One of the most ancient monasteries is Nikitinsky monastery in the name of Nikita of Constantinople. It is believed to have been founded earlier than the town of Pereslavl. This temple is bigger than any church of the 16th century. The impressive walls and towers of the monastery helped to guard the approaches to the town from the north and resisted the Polish-Lithuanian siege in the 17th century. It is a functioning monastery.
At the other end of town is located the acting Holy Trinity Danilov Monastery, founded in 1508. The church was consecrated in honor of monk Daniel, who has assisted with his prayers to the birth of Ivan the Terrible’s son.
Rostov: Rostov the Great is located on the northwestern shore of Lake Nero, 53 km from Yaroslavl and 202 km from Moscow. It is one of the oldest cities in Russia. Rostov was founded on land that belonged to the Finno-Ugric tribe Meria. First mentioned in the year 862 as an already important settlement, by the 10th century Rostov became the capital city of one of the most prominent Russian principalities. It was incorporated into Muscovy in 1474. In 907 and 911, the city soldiers participated in campaigns against Constantinople led by Prince Oleg. And in 991 its inhabitants were baptized. It is in Rostov that the first bishoprics was established, and in 991, the first Cathedral of the Assumption was built. Rostov Kremlin, Spaso-Jacob and Abraham Epiphany monasteries, the buildings of the former Archbishop’s house, city stone and wooden buildings of the 18-20th centuries, as well as the location of the city itself in a picturesque lake basin makes Rostov a real gem of the Golden Ring, one of the major centers of tourism and pilgrimage. Today Rostov has 323 architectural monuments, about 100 of them are of federal significance.
The main attraction of the city of Rostov Veliky – Rostov Kremlin (House of Bishops) built in the 17th century – is of world importance. Kremlin served as the residence of bishops of Rostov – Yaroslavl diocese, so it was called the Metropolitan or Bishop Court Kremlin. It is separated from the city by high walls with eleven towers.
Among the main attractions of the city of Rostov Veliky there are numerous monasteries and churches. The oldest monastery in northeastern Russia is Epiphany Abraham’s Monastery, founded in the 11th century by Reverend Abraham. Here in 1553-1554, after the capture of Kazan at the behest of Ivan the Terrible, was built Epiphany Cathedral.
In Spaso-Yakovlevsky monastery, founded in the 14th century by St. James, are the only relics of the only saint of the18th century – St. Demetrius of Rostov.
Apart from the monuments of religious architecture, you can also see the only partially preserved 17th century stable yard in Russia, the Shopping Arcade – Mytny Dvor and Gostiny Dvor. It is also interesting to see the gymnasium building, constructed for the money of merchant Kekin.
The famous Rostov chimes played on the Rostov bell tower are recognized as a part of world culture.
Yaroslavl: The city of Yaroslavl was founded in 1010 and is the oldest city on the Volga river. On the territory of its historic center are located 140 monuments, so it’s historical and architectural ensemble is recognized as a World Heritage Site of UNESCO in Russia. The Transfiguration Cathedral of the Transfiguration Monastery, built in the beginning of the 16th century, Is the oldest of the preserved buildings in the city. At the end of the 18th century, the monastery became the residence of the Archbishops of Yaroslavl and Rostov.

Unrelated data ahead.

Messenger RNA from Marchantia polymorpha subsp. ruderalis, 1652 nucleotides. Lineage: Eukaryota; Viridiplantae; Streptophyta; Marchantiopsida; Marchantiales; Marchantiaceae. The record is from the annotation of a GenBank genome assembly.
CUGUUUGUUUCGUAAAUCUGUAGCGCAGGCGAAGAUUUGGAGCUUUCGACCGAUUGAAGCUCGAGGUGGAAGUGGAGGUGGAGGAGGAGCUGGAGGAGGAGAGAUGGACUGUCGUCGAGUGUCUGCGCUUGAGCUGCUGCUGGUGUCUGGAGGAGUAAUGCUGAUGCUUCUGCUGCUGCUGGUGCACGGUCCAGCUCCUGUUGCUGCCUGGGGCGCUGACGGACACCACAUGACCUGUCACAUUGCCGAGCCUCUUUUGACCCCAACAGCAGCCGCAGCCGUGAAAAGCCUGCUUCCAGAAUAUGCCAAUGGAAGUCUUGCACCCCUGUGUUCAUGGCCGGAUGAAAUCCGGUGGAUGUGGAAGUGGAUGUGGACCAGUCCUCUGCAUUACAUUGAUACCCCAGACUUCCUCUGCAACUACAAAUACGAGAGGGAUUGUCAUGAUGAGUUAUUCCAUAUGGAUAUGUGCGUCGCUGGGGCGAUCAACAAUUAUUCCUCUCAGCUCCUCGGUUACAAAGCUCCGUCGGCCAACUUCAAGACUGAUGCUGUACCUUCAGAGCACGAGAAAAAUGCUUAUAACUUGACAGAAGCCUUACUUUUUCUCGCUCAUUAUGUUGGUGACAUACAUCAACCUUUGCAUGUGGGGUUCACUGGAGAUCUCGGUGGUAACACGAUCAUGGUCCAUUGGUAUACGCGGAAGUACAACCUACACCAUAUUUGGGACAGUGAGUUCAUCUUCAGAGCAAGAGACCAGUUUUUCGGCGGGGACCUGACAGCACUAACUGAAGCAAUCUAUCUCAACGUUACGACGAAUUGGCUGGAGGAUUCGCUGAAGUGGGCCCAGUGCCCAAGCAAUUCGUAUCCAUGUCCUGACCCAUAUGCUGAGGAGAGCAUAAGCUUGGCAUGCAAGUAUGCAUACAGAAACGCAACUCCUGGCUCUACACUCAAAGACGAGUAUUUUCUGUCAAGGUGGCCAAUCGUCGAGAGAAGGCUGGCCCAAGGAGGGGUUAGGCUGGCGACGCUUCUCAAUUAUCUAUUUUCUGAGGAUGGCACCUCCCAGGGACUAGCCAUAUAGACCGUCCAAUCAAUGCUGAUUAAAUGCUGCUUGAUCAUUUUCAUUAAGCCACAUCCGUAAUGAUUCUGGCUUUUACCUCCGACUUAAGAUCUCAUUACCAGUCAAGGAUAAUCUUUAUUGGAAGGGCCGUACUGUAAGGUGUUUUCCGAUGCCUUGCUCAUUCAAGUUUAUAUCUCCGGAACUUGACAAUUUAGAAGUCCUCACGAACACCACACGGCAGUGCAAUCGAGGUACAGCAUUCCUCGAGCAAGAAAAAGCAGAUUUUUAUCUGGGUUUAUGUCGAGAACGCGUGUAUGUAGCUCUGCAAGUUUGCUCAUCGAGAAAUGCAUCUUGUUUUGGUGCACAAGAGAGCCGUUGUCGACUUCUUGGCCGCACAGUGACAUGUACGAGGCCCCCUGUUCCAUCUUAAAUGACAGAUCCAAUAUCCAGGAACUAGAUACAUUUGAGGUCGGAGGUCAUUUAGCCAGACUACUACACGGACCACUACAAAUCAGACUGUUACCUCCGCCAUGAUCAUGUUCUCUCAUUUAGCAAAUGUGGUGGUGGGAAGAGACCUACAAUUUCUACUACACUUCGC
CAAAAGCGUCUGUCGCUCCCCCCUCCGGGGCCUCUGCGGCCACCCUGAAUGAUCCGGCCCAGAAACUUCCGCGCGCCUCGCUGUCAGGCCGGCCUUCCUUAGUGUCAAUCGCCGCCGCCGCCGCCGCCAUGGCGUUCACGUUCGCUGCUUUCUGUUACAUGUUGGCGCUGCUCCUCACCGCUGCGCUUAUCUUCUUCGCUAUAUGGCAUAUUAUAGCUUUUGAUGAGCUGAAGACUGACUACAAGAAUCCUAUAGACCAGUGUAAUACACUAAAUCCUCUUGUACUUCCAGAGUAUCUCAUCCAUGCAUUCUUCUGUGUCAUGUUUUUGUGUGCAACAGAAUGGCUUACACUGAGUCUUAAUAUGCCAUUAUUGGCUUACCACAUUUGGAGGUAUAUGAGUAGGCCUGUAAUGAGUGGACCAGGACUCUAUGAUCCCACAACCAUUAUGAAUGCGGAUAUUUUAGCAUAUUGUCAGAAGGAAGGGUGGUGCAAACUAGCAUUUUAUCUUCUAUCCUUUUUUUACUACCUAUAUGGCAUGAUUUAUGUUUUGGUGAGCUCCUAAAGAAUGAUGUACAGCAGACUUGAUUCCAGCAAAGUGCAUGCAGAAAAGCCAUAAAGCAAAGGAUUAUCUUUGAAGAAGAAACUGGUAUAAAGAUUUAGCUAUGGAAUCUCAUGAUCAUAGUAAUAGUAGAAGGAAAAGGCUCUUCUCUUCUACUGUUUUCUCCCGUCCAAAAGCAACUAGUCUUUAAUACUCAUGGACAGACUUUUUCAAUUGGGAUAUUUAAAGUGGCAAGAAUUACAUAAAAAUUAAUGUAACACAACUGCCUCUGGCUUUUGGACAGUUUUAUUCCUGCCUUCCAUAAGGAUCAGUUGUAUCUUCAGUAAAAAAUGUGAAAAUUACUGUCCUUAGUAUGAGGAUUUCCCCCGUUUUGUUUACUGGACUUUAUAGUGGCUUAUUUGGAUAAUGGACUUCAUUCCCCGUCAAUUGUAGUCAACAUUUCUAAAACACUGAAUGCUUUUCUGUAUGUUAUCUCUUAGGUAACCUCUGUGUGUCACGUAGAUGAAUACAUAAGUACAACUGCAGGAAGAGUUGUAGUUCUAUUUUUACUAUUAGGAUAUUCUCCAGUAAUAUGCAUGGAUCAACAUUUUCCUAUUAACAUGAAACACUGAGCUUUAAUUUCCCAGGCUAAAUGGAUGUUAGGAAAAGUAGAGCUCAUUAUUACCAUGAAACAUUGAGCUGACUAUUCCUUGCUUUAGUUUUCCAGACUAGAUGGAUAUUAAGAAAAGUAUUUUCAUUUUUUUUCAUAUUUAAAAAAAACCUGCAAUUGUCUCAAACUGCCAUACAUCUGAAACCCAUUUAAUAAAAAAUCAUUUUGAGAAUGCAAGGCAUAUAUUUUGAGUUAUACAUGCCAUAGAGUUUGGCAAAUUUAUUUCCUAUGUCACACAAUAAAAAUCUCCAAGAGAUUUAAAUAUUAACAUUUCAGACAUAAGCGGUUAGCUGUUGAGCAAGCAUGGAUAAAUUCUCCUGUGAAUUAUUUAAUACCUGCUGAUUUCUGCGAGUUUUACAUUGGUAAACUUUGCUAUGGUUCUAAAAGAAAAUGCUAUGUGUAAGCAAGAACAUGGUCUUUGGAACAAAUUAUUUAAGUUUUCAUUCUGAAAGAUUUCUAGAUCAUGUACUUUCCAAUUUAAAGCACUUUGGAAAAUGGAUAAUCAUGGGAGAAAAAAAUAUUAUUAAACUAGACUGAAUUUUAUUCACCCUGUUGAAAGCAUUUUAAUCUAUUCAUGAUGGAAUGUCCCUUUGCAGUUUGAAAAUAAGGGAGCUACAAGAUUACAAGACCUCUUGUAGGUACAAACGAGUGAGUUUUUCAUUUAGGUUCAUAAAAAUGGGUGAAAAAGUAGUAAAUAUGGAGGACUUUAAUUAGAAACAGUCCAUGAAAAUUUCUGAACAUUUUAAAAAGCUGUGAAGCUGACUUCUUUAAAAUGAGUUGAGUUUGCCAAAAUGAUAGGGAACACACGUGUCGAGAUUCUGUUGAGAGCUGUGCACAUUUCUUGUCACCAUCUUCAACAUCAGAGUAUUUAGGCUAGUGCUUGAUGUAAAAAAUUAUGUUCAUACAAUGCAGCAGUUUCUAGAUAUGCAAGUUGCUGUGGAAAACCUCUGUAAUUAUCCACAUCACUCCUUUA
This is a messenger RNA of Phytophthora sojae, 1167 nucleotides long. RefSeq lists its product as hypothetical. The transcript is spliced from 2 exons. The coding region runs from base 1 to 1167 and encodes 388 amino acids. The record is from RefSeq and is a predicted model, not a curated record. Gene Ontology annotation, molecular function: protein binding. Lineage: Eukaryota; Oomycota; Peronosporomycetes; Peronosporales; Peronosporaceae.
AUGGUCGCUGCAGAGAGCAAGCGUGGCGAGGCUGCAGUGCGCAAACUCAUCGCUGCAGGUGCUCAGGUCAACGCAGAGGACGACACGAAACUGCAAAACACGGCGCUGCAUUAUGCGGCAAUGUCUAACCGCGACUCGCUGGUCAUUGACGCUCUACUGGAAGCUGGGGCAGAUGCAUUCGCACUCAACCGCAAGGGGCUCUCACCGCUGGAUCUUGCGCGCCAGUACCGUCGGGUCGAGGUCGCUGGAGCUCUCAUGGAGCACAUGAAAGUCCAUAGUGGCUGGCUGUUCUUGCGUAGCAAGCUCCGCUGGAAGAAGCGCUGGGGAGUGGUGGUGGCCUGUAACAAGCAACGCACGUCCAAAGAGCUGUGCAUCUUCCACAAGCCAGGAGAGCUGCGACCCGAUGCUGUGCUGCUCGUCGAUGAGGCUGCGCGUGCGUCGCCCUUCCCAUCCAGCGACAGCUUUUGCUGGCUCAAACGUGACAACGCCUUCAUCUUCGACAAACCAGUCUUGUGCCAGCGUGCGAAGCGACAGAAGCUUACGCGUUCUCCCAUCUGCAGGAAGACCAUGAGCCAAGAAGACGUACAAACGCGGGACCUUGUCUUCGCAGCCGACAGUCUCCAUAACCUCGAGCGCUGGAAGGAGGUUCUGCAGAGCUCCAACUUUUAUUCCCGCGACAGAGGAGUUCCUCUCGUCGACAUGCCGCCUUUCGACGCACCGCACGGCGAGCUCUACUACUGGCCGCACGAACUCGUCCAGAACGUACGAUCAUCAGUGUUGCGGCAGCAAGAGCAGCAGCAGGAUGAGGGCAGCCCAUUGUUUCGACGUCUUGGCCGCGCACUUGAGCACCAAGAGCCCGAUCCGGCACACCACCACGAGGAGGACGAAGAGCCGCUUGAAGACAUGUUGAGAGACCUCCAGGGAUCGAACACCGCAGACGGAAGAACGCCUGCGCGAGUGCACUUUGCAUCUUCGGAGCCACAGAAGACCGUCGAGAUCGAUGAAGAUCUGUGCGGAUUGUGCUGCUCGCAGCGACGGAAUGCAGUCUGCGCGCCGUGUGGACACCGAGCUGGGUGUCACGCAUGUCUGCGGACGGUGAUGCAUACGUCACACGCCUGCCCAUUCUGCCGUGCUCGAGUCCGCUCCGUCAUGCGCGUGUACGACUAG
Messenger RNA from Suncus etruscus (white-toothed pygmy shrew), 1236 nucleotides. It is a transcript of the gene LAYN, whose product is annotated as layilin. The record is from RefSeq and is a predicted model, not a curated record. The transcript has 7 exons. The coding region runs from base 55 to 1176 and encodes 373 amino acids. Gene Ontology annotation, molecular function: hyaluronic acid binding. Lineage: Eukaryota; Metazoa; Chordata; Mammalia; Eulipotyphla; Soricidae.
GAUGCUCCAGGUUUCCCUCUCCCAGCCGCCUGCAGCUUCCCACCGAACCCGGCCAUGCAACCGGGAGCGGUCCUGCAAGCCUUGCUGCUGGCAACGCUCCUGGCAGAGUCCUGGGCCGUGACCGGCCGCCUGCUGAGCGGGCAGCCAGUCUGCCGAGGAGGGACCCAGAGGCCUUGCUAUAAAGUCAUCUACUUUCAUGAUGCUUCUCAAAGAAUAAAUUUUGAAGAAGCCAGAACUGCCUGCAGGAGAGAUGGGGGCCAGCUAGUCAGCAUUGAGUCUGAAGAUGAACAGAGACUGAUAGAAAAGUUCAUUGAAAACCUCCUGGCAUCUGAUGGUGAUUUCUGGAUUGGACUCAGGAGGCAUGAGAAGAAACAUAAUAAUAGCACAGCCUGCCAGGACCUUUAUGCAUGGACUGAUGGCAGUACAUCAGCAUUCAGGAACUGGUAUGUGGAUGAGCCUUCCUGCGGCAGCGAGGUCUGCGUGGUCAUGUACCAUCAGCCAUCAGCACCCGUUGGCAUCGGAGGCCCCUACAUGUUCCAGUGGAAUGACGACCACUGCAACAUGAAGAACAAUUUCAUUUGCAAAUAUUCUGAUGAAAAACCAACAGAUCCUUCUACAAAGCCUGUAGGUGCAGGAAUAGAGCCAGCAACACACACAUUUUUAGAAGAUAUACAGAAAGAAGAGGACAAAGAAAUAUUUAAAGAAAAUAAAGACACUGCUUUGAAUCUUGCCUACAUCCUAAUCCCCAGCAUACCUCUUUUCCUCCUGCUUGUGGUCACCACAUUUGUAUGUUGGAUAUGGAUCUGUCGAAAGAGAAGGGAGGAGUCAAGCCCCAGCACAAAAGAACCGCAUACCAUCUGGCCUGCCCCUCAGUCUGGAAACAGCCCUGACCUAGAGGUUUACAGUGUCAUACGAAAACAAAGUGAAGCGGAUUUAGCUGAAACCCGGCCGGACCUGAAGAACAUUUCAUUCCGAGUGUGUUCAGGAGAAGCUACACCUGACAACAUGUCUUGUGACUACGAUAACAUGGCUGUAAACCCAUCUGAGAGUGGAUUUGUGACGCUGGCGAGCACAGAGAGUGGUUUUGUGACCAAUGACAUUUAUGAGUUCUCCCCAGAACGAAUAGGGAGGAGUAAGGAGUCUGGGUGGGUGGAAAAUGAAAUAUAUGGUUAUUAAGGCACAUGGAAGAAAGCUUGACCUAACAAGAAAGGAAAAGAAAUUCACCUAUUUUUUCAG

The Church of Elijah the Prophet is a gem of the ancient architecture and is also famous for its frescoes and interior decoration.
Yaroslavl churches: church ensemble Church of the Nativity (17th century), Epiphany Church (17th century), Church of St. Nicholas Nadeina, Church of St. Nicholas Chopped, a rare monument of palace architecture Metropolitan Chamber, Peter and Paul Church (18th century), Ensemble Church of Candlemas (19century) and others, the city’s towers Arsenal (Volga).
The massive fifteen-headed John the Baptist church is a monument of world importance, which dazzles you with luxury and abundance of tiles, brick patterns and murals.
On the Volga shore, within the city, the white stone Tolgsky Monastery is located. In addition to the notable landmarks in the territory of the ensemble it has a unique cedar garden (founded in the second half of the 17th century).
Kostroma: Of the eight cities of the Golden Ring Kostroma is the most distant from Moscow, and perhaps the most underrated. Kostroma does not reveal all immediately. Meanwhile it has everything: ancient history, rich in events and monuments, the thoroughness of an old merchant town, standing on a large river, and even the glory of big jewelry center of the European part of Russia.
Volga clearly dominates in the urban space. Kostroma embankment is noticeable and well maintained. Behind the Volga stands the impregnable Ipatiev Monastery – the “cradle of the Romanov dynasty”. Kostroma preserved most of its historic center. An extensive shopping arcade, church courts, a very high fire tower, a museum of wooden architecture stand near modern shops, restaurants and hotels.
Streets layout in Kostroma is quite unusual: they fan outwards from the Volga River. According to the legend, Catherine II have ordered court architects to design an urban plan for Kostroma but none of the projects satisfied her. Then one of the architects who had been trying to do the plan, asked for her opinion on what the city should be like. Catherine opened her fan she was holding and said, “Well, for example like this.”
Beside sightseeing, in Kostroma you can work out at the local equestrian racecourse, have a boat trip in summer or a dog sled ride in winter and even fly a helicopter shuttle (Kostroma – Kineshma – Redridge – Nezhitino – Yuryevets). From Kostroma you can reach Nerekhta (an outdoor city museum), Zavrazhye (birthplace of Pavel Florensky, Arseny and Andrei Tarkovsky) or Galich (the oldest city in the Kostroma region).